Wait, Did the System Just Work?
Congress performs oversight on drones -- and gets results.
The Obama White House deployed a new unmanned aerial vehicle last week: the drone trial balloon. According to several well-placed leakers, the CIA's not-so-secret targeted killing program will probably be not-so-secretly handed over to the Pentagon in the coming months. It was the rarest of moments in American politics: a time when congressional oversight of intelligence seemed to work.
The Obama White House deployed a new unmanned aerial vehicle last week: the drone trial balloon. According to several well-placed leakers, the CIA’s not-so-secret targeted killing program will probably be not-so-secretly handed over to the Pentagon in the coming months. It was the rarest of moments in American politics: a time when congressional oversight of intelligence seemed to work.
The government’s targeted killing program went from a hot prospect to a hot potato with lightning speed for the policy world. Just months ago, the Obama administration was trumpeting the effectiveness of targeted killing operations — which have been publicly carried out by the Pentagon in some places and publicly known to be carried out by the CIA in others like Pakistan and Yemen. Republican presidential candidate Mitt Romney out-droned the president on the campaign trail, saying in the October 22 presidential debate that he supported the drone strikes "entirely" and that "we should continue to use [drone technology]…to continue to go after the people who represent a threat to this nation and to our friends." To be sure, the ACLU has complained and filed lawsuits, think tanks have been counting up collateral deaths, and professors have had a field day debating just war theory and exploring the creepiness of remote control killing. But these criticisms did not move the policy dial much until February 7, when John Brennan faced his Senate confirmation hearing to be CIA director.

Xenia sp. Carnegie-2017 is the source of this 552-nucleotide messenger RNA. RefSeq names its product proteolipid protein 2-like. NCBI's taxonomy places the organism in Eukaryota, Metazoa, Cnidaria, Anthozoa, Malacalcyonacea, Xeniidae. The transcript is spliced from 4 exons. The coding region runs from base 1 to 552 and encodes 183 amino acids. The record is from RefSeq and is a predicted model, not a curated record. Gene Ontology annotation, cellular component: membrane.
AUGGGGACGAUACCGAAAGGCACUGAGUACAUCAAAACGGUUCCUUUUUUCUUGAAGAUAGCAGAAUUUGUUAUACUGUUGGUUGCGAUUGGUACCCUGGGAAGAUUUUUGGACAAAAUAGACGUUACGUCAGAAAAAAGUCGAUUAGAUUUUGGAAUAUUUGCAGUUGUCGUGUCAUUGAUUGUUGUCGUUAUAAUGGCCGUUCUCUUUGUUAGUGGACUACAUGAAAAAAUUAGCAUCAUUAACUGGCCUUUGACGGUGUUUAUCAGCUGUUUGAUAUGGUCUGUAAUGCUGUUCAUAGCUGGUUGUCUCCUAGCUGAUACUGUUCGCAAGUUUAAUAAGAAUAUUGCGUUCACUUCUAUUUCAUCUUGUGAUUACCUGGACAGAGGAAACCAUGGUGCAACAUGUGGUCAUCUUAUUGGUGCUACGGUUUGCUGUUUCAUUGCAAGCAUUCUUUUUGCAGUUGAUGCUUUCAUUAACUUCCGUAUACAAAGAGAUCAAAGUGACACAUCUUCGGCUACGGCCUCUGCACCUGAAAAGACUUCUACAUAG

Brennan’s hearing was a crucial focal point, the first time anything resembling a public debate about targeted killing had ever occurred. Brennan wasn’t just some sideline figure caught up in someone else’s policy fight like Chuck Hagel was in the Benghazi brouhaha. Targeted killing was Brennan’s baby. In his old job as Obama’s White House czar for homeland security and counterterrorism, Brennan had masterminded the program, from creating the bureaucratic processes determining which agency did what, right down to naming names for the kill list. In his new job, Brennan would have enormous sway over the CIA’s future activities, including lethal drone strikes.
The timeline is revealing: On February 4, just three days before Brennan was slated to appear before the Senate Select Committee on Intelligence, someone leaked the administration’s drone "white paper" summarizing the legal arguments used to justify drone strikes against Americans abroad. Suddenly, senators on the intelligence committee started getting partial access to some of the legal documents they had been requesting for months. This may not sound like much, but it beat what they had before: no access at all. You could hear chinks opening in the drone stonewall all over town.